In this brief, astonishing novel, Nicolette Polek describes an individual awakening to faith while exploring our deepest existential questions. How do we look beyond ourselves? Where do words go? What is art for?

Nicolette Polek is the author of Imaginary Museums (Soft Skull Press, 2020). She is a recipient of a Rona Jaffe Writers’ Award, and her work has appeared in the Paris Review Daily, BOMB, New York Tyrant, The Atlantic, and elsewhere. She holds an MFA in Fiction from the University of Maryland, and a masters from Yale Divinity School. She is from Northeast Ohio.

8. Like Love

Like Love is a momentous, raucous collection of essays drawn from twenty years of Maggie Nelson’s brilliant work. These profiles, reviews, remembrances, tributes, and critical essays, as well as several conversations with friends and idols, bring to life Nelson’s passion for dialogue and dissent. The range of subjects is wide—from Prince to Carolee Schneemann to Matthew Barney to Lhasa de Sela to Kara Walker—but certain themes recur: intergenerational exchange; love and friendship; feminist and queer issues, especially as they shift over time; subversion, transgression, and perversity; the roles of the critic and of language in relation to visual and performance arts; forces that feed or impede certain bodies and creators; and the fruits and follies of a life spent devoted to making.

Arranged chronologically, Like Love shows the writing, thinking, feeling, reading, looking, and conversing that occupied Nelson while writing iconic books such as Bluets and The Argonauts. As such, it is a portrait of a time, an anarchic party rich with wild guests, a window into Nelson’s own development, and a testament to the profound sustenance offered by art and artists.

Maggie Nelson is the author of several books of prose and poetry including The Red Parts, Bluets, the National Book Critics Circle Award–winner The Argonauts, and On Freedom. She teaches at the University of Southern California and lives in Los Angeles.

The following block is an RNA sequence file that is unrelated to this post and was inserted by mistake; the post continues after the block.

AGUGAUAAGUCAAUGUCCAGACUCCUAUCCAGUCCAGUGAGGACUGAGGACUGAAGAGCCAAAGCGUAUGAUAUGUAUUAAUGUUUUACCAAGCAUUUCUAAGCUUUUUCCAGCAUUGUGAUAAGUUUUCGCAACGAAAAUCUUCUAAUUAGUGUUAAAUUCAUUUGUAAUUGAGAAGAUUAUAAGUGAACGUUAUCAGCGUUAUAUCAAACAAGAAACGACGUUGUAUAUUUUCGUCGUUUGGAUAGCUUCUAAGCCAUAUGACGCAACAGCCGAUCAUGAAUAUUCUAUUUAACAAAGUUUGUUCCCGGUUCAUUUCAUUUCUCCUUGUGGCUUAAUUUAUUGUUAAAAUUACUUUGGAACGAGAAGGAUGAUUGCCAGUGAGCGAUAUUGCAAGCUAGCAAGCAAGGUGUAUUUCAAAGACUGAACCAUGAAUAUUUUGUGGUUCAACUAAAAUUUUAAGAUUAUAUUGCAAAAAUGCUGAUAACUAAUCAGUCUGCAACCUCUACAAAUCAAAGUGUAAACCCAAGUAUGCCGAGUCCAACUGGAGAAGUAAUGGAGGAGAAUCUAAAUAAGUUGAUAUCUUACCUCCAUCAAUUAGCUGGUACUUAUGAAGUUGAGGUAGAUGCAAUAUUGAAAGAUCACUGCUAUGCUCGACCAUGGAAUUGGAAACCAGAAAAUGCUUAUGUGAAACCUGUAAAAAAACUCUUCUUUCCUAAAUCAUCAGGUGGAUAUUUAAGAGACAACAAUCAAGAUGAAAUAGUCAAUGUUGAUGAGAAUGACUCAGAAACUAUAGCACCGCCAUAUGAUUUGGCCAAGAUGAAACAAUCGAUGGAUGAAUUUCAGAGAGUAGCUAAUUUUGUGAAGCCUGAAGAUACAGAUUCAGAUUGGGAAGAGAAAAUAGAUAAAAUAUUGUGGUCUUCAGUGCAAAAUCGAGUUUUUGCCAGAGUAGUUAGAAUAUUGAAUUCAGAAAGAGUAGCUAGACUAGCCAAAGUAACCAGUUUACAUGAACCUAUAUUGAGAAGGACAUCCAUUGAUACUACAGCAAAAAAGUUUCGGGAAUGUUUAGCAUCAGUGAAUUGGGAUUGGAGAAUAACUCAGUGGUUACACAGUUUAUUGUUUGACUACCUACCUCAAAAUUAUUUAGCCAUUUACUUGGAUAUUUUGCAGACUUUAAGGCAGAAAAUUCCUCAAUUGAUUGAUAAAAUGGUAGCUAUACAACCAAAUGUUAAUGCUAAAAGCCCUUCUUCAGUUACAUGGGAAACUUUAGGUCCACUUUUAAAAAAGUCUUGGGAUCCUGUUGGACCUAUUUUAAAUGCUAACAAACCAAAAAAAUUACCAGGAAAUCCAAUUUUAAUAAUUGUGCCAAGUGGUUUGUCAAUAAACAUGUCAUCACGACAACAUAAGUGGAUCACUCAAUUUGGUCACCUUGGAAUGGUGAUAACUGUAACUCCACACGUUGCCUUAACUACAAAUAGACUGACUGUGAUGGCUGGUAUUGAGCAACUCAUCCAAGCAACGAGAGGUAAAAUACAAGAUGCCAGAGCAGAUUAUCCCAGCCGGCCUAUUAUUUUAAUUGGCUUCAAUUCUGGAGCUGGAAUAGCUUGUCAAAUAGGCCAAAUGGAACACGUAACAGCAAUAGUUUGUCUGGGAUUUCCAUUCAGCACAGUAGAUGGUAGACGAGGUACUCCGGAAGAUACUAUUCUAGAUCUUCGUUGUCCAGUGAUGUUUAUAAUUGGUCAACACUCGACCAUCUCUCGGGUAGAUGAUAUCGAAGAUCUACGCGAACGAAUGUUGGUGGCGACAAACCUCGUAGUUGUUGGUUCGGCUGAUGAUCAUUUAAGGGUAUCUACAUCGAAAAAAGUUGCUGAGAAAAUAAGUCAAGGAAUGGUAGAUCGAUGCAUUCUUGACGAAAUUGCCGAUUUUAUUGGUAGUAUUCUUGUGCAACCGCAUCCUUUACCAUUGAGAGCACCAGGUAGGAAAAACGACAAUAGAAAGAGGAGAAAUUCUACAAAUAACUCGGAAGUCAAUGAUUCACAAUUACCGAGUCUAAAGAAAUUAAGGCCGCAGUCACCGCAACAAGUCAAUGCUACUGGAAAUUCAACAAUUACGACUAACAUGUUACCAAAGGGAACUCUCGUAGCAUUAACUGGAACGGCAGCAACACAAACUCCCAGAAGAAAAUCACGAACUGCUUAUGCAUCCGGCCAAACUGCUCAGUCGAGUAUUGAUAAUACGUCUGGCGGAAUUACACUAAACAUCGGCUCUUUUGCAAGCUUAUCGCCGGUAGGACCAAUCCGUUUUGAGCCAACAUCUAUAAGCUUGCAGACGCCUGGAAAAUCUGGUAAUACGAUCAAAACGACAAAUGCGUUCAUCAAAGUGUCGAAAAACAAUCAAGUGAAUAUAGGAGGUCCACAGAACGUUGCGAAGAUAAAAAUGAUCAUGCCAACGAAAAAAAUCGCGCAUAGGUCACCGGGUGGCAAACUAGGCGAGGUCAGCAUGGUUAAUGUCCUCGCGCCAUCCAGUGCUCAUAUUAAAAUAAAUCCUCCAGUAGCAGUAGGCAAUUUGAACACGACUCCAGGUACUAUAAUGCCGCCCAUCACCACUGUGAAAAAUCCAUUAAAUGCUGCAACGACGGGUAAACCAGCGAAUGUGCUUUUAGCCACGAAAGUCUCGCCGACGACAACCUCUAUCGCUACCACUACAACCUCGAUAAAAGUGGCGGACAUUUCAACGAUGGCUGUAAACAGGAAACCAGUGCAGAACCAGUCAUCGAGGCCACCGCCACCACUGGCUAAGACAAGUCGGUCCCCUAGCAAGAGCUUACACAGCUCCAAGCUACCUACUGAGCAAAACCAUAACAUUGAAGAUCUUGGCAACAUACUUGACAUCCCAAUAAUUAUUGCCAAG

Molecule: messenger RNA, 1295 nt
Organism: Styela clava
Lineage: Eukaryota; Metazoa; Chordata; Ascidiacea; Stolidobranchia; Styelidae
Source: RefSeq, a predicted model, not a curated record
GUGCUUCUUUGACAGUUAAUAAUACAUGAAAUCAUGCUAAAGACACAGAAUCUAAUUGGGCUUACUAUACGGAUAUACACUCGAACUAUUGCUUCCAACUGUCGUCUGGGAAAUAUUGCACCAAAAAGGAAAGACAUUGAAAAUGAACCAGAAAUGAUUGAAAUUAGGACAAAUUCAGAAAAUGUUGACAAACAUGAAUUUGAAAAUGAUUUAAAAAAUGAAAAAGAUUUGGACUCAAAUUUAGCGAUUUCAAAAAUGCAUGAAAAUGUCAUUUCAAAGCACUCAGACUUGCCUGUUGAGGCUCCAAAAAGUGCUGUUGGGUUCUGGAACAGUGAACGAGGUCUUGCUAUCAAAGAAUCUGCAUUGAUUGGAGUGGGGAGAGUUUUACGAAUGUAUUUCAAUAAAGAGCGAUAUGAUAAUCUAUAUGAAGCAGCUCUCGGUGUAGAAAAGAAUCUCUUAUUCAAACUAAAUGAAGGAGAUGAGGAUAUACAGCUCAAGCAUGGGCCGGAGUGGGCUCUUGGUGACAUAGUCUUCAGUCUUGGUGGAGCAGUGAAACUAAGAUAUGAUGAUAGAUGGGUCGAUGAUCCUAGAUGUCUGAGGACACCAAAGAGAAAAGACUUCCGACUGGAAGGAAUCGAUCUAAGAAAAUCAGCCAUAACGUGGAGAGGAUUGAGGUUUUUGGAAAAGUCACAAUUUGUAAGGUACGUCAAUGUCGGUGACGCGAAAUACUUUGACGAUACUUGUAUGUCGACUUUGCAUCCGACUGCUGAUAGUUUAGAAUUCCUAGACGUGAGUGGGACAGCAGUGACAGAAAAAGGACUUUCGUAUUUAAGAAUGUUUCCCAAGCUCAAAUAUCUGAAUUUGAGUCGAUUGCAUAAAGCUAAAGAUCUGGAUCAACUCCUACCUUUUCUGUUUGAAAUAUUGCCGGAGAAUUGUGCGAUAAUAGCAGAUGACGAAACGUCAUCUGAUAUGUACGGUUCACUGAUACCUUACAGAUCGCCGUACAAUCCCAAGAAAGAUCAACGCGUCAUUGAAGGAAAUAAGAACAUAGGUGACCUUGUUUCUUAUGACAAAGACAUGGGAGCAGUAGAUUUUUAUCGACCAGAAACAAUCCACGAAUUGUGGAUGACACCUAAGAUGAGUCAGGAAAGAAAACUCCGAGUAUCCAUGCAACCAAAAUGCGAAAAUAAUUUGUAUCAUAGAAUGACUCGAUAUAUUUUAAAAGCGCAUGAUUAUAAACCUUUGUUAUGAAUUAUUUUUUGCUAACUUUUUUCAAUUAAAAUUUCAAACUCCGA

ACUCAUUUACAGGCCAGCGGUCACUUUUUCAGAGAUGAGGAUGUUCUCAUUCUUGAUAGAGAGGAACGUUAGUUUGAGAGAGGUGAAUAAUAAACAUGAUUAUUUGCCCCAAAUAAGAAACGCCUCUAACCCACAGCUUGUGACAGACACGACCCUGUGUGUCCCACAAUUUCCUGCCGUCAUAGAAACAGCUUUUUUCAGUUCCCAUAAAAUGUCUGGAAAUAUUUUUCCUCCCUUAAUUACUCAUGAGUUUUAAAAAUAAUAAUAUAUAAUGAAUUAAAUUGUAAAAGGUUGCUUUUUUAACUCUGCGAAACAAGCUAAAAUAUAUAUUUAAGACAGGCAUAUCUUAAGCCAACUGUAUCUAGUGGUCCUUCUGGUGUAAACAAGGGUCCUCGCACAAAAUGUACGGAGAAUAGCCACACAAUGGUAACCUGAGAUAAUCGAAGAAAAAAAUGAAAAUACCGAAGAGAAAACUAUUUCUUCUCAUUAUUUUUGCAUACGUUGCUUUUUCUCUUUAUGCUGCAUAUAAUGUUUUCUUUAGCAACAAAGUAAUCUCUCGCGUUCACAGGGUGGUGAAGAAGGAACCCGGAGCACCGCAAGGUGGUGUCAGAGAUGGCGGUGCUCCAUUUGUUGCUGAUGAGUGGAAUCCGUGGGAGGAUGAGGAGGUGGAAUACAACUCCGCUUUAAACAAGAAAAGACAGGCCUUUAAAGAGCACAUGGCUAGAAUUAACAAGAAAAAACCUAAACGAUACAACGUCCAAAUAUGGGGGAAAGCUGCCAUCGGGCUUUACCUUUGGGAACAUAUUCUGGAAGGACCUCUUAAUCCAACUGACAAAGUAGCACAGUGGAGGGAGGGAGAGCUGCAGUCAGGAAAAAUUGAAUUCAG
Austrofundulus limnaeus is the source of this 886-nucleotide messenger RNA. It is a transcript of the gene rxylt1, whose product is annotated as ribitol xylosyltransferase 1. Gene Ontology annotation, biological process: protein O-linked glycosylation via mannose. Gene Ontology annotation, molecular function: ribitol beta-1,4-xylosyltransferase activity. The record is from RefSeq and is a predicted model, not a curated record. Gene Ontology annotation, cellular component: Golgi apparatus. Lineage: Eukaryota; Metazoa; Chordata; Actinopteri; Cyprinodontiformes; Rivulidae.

9. The Tree Doctor

When the unnamed narrator of Marie Mutsuki Mockett’s stirring second novel returns to Carmel, California, to care for her mother, she finds herself stranded at the outset of the disease. With her husband and children back in Hong Kong, and her Japanese mother steadily declining in a care facility two hours away, she becomes preoccupied with her mother’s garden—convinced it contains a kind of visual puzzle—and the dormant cherry tree within it.

Caught between tending to an unwell parent and the weight of obligation to her distant daughters and husband, she becomes isolated and unmoored. She soon starts a torrid affair with an arborist who is equally fascinated by her mother’s garden, and together they embark on reviving it. Increasingly engrossed by the garden, and by the awakening of her own body, she comes to see her mother’s illness as part of a natural order in which things are perpetually living and dying, consuming and being consumed. All the while, she struggles to teach (remotely) Lady Murasaki’s eleventh-century novel, The Tale of Genji, which turns out to resonate eerily with the conditions of contemporary society in the grip of a pandemic.

The Tree Doctor is a powerful, beautifully written novel full of bodily pleasure, intense observation of nature, and a profound reckoning with the passage of time both within ourselves and in the world we inhabit.

Marie Mutsuki Mockett is the author of a previous novel, Picking Bones from Ash, and two books of nonfiction, American Harvest, which won the Nebraska Book Award, and Where the Dead Pause, and the Japanese Say Goodbye, which was a finalist for the PEN Open Book Award.

10. My Heavenly Favorite

A confession, a lament, a mad gush of grief and obsession, My Heavenly Favorite is the remarkable and chilling successor to Lucas Rijneveld’s international sensation, The Discomfort of Evening. It tells the story of a veterinarian who visits a farm in the Dutch countryside where he becomes enraptured by his “Favorite”—the farmer’s daughter. She hovers on the precipice of adolescence, and longs to have a boy’s body. The veterinarian seems to be a tantalizing possible path out from the constrictions of her conservative rural life.

Narrated after the veterinarian has been punished for his crimes, Rijneveld’s audacious, profane novel is powered by the paradoxical beauty of its prose, which holds the reader fast to the page. Rijneveld refracts the contours of the Lolita story with a kind of perverse glee, taking the reader into otherwise unimaginable spaces full of pop lyrics, horror novels, the Favorite’s fantasized conversations with Freud and Hitler, and her dreams of flight and destruction and transcendence.

An unflinching depiction of abjection and a pointed excavation of taboos and social norms, My Heavenly Favorite establishes Rijneveld as one of the most daring and brilliant writers on the world stage.